Are You Aware of These Seven Common Myths About Addiction?
2. If you can go to work after drinking or using drugs, then you are not an addict. The truth is many addicts go to work or school every day. Just because a person goes to work or school has little to do with an addiction. As with any addiction, an addict’s behavior occurs on a continuum. Some people are considered “higher functioning” and can go to work or school but still exhibit the signs and symptoms of an addiction.
3. An addict can stop whenever they want. There are some that believe engaging in drug or drinking behavior is a conscious choice and the addict makes the choice to keep using. An addiction is a dependence on something and continued use despite negative consequences. Addiction is also tied to tolerance and withdrawal meaning using more of the drug to achieve the same results and the appearance of withdrawal symptoms when the drug of choice is stopped.
4. Addicts are weak willed. Addicts are not weak willed and this stereotype affects many with an addiction. Addicts encompass a variety of individuals with different backgrounds, childhood experiences, psychological and social problems, and family histories. Addiction does start with a single use or engagement in an activity, which many argue are a choice at least in the beginning. This does not mean that the person chooses to be an addict. Addiction is affected by many factors most of which are not within the “will” of the individual.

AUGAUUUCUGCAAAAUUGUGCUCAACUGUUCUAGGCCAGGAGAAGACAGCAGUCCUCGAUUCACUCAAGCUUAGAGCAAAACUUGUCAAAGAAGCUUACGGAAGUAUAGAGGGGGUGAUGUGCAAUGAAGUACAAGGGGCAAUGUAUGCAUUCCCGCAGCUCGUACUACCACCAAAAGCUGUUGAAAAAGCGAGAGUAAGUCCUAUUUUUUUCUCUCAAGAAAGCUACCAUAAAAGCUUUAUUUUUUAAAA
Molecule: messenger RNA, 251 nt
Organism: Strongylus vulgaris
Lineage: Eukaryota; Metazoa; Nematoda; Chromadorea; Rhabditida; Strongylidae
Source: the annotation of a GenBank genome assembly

5. Addicts are typically from broken homes, unemployed, and involved in criminal activity. This could not be further from the truth. Addiction knows no boundaries in terms of our socioeconomic status or our background. Addicts come from all backgrounds and lines of work. Doctors, lawyers, judges, educational professionals, and many more have problems with addiction. Addiction does not care who you are or what you do for a living. It does not care what type of home you were raised in or how much money you make.
6. One cannot be addicted to prescription medications. If a medication is prescribed by a physician, then it is safe and non-addictive. The truth is many medications prescribed by physicians are highly addictive. These include benzodiazepines, sleep aids, ADHD medication or other stimulants, and prescription opioids such as oxycodone and fentanyl.
7. Only hard drugs like heroin and cocaine are dangerous. Any substance no matter how “hard” can be addictive. Alcohol may not be considered a “hard” drug but many individuals have an addiction to alcohol.